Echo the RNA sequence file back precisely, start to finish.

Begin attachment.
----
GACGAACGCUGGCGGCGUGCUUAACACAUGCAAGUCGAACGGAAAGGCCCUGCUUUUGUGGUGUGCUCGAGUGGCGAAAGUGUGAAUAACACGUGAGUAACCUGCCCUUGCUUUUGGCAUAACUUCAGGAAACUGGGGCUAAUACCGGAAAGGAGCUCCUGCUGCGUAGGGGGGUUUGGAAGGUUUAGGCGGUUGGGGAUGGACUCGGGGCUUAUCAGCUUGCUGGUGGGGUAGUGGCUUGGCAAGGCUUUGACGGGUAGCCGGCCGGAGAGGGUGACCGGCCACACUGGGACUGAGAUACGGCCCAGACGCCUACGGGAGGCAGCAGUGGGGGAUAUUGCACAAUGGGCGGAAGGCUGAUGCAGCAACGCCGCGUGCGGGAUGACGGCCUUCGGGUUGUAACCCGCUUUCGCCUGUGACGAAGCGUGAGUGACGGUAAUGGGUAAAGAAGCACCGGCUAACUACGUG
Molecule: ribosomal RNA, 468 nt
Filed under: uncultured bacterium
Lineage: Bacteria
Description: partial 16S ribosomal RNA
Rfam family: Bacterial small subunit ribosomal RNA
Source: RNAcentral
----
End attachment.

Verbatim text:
GACGAACGCUGGCGGCGUGCUUAACACAUGCAAGUCGAACGGAAAGGCCCUGCUUUUGUGGUGUGCUCGAGUGGCGAAAGUGUGAAUAACACGUGAGUAACCUGCCCUUGCUUUUGGCAUAACUUCAGGAAACUGGGGCUAAUACCGGAAAGGAGCUCCUGCUGCGUAGGGGGGUUUGGAAGGUUUAGGCGGUUGGGGAUGGACUCGGGGCUUAUCAGCUUGCUGGUGGGGUAGUGGCUUGGCAAGGCUUUGACGGGUAGCCGGCCGGAGAGGGUGACCGGCCACACUGGGACUGAGAUACGGCCCAGACGCCUACGGGAGGCAGCAGUGGGGGAUAUUGCACAAUGGGCGGAAGGCUGAUGCAGCAACGCCGCGUGCGGGAUGACGGCCUUCGGGUUGUAACCCGCUUUCGCCUGUGACGAAGCGUGAGUGACGGUAAUGGGUAAAGAAGCACCGGCUAACUACGUG
Molecule: ribosomal RNA, 468 nt
Filed under: uncultured bacterium
Lineage: Bacteria
Description: partial 16S ribosomal RNA
Rfam family: Bacterial small subunit ribosomal RNA
Source: RNAcentral